I want to talk to you today about a really sensitive topic: deceased debt collection. What happens when somebody dies? Where their debts go? Here are the five things you need to know about deceased debt collection.
- The first thing is when somebody dies their debt doesn’t die with them. That’s right. You might think when a person is passed away their debts get extinguished. Well, not so fast. When somebody dies, frequently their estate is probated or administered through their court system. Their assets get pooled and after the payment of debts, the remainder gets distributed to creditors who are owed money, who have filed proofs of claim. The debts don’t die. The debts have to be paid off from the assets of the deceased person if the deceased person has any assets. Now, these rules vary from state to state. They’re complicated. You just have to know the concept.
- The second thing that you have to know about deceased debt is that debt collectors may speak with the executor of the estate or the children or the spouse of the deceased person to find out information about who is handling the estate, who the administrator of the estate is. Now it’s a little counterintuitive because normally when the person’s alive, third parties may not be contacted by a debt collector, but here the situation is a little different. The deceased person has died so debt collectors don’t have anybody to contact. Debt collectors may contact third parties.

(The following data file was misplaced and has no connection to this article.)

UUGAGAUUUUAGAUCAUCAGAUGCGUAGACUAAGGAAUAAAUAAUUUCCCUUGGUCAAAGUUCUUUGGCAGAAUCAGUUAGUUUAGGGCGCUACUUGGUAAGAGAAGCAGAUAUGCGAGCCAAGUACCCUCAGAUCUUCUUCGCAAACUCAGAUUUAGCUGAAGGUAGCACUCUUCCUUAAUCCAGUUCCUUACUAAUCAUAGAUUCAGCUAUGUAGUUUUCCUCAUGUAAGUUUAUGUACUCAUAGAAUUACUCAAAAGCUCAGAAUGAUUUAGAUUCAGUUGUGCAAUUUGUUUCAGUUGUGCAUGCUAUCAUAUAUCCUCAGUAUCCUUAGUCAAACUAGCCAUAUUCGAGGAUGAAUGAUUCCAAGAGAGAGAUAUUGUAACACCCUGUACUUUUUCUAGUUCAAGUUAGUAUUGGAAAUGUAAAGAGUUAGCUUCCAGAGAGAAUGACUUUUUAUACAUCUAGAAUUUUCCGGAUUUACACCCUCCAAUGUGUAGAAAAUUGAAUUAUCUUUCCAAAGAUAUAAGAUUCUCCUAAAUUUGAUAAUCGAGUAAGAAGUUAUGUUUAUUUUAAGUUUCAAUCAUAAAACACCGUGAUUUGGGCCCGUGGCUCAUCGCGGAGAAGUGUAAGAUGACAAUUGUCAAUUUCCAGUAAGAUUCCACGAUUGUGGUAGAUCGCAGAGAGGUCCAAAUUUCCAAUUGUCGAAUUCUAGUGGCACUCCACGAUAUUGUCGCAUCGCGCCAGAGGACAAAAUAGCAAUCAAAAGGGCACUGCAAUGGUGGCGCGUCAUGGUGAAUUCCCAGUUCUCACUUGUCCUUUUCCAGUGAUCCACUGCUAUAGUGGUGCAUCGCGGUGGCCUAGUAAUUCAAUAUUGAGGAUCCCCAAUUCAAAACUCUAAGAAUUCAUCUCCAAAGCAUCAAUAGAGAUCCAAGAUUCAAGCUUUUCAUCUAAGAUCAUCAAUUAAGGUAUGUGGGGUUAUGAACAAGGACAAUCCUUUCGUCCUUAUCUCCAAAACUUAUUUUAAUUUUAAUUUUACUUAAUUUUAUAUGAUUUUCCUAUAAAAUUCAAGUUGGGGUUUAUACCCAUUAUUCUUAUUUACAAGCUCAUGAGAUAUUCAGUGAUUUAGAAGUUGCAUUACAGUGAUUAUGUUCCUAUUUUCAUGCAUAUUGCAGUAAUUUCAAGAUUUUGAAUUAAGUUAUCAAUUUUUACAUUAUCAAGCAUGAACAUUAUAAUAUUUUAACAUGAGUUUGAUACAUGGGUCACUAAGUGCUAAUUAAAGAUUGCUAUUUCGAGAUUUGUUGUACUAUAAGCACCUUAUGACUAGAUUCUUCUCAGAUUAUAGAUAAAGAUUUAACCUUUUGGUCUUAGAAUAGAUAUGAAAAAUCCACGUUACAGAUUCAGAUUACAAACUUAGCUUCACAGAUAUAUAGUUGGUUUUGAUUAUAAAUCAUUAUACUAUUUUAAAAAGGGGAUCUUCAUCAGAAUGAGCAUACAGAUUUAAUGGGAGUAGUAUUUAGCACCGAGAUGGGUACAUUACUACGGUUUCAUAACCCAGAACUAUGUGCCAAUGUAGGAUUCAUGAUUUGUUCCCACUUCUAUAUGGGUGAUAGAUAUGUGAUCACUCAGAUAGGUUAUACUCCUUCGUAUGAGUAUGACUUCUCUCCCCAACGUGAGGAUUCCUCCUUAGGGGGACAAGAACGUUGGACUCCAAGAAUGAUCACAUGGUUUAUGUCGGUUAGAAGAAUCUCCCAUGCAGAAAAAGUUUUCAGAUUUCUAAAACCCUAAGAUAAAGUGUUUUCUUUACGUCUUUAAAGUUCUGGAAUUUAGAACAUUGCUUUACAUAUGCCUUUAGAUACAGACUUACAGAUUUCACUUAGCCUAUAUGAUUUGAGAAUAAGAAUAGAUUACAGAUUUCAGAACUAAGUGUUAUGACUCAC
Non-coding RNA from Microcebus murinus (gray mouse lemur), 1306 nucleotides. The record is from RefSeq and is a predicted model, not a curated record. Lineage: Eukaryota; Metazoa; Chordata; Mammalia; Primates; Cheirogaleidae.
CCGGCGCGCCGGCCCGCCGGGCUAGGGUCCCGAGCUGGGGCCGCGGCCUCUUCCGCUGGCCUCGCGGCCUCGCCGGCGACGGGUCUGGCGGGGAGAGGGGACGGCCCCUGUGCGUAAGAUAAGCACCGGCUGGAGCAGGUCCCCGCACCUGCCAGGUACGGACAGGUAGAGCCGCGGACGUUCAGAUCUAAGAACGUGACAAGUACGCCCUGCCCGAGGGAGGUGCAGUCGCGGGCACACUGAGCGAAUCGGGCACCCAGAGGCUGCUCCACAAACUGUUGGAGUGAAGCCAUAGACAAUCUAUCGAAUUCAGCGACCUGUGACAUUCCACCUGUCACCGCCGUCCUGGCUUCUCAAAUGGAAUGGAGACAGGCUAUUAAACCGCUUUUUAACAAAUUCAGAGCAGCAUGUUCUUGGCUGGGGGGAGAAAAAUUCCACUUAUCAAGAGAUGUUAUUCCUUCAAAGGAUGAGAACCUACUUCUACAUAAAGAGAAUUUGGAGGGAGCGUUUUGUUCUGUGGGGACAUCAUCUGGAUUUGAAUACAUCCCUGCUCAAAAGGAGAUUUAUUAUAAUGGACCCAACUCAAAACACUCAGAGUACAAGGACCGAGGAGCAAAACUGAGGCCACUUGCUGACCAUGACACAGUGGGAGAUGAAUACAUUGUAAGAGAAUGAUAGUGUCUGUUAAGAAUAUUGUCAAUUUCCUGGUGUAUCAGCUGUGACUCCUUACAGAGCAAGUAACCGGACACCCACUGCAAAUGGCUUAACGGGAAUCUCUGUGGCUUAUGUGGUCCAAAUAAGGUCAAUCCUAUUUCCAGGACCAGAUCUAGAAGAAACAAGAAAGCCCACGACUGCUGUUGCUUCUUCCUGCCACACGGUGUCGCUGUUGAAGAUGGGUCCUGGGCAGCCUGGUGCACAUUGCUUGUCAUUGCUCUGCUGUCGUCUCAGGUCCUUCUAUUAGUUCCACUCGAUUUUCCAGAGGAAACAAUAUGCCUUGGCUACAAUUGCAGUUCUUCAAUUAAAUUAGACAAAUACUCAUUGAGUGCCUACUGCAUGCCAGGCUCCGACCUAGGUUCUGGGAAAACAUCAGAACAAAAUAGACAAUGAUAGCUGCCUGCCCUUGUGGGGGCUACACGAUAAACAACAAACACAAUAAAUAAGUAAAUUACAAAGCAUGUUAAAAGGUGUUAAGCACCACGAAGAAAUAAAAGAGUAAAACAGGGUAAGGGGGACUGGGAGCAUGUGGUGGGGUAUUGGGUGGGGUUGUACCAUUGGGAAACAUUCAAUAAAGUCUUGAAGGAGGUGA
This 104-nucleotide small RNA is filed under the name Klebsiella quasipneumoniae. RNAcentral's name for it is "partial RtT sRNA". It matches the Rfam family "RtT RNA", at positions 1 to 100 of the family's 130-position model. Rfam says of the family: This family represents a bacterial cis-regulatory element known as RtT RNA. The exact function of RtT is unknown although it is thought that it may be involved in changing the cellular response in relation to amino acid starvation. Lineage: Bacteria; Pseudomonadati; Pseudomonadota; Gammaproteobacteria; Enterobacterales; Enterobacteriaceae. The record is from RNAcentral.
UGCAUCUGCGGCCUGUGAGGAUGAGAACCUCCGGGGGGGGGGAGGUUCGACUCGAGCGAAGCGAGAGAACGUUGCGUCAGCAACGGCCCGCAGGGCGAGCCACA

- The third thing you have to know about deceased debt collection is the purpose of the calls. The administrator or the spouse or the children, whoever it is that the debt collection company is contacting, does not owe the money. Remember, the deceased person owes the money, not whoever’s administering their estate. It’s very important; they may not demand money from you at any time. They can only call to find out who the administrators to enable them to file a proof of claim or other notification with the probate court so that the money can be distributed to them.
- They cannot disclose and the fourth things they cannot disclose information about the debt. They can only say that they’re calling about the estate of so-and-so and they’re calling to get information. The privacy laws that guard the private financial information of people are still in effect even after a person dies.
- So the fifth thing you need to know about deceased collection situation is this: if a debt collector is abusing harassing, annoying, illegally trying to get money out of you, you have rights.
The FDCPA provides recovery for up to a thousand dollars for fair debt collection practices violations. You have rights. Call us today to figure out if your rights have been violated. It’s really important that you call as soon as possible when you suspect something is amiss or something is wrong.